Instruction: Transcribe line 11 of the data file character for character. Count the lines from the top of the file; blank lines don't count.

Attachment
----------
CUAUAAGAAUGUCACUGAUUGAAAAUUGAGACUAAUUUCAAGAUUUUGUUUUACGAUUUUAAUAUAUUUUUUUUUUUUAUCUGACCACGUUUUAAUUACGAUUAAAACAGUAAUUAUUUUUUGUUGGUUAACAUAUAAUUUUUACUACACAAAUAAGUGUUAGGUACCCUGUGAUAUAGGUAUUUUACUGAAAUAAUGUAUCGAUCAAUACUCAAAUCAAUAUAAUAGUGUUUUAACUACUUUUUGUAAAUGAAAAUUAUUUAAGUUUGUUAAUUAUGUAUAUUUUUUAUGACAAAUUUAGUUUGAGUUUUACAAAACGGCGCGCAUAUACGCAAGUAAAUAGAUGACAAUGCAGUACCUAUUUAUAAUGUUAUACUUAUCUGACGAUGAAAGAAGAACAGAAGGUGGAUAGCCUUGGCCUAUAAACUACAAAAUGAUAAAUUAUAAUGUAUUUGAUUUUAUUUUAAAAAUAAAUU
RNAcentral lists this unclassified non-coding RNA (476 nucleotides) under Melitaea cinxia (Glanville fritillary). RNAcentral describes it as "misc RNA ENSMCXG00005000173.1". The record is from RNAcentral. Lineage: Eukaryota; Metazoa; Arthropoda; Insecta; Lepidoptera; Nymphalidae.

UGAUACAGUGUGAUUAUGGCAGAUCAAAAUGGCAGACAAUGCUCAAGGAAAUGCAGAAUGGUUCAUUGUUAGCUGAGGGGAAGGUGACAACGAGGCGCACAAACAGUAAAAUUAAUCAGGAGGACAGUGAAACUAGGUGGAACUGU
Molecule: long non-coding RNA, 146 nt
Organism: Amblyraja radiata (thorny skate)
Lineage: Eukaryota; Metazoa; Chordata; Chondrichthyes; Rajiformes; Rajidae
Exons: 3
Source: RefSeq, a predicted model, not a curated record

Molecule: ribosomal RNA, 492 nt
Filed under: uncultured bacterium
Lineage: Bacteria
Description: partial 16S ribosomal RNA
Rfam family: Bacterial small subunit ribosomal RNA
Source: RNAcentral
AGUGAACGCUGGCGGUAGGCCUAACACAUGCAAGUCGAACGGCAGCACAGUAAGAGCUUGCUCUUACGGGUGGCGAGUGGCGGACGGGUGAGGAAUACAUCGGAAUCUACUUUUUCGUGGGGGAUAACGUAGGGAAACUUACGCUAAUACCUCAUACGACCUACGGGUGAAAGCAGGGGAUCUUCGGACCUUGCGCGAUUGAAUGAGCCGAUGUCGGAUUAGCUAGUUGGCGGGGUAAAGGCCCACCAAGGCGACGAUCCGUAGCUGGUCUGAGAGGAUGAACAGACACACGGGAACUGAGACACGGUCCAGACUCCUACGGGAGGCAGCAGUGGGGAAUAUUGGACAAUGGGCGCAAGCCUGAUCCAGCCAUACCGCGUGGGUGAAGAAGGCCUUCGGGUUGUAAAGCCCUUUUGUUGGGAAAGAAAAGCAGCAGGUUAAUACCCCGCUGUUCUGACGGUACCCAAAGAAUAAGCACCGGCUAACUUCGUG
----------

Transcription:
Lineage: Bacteria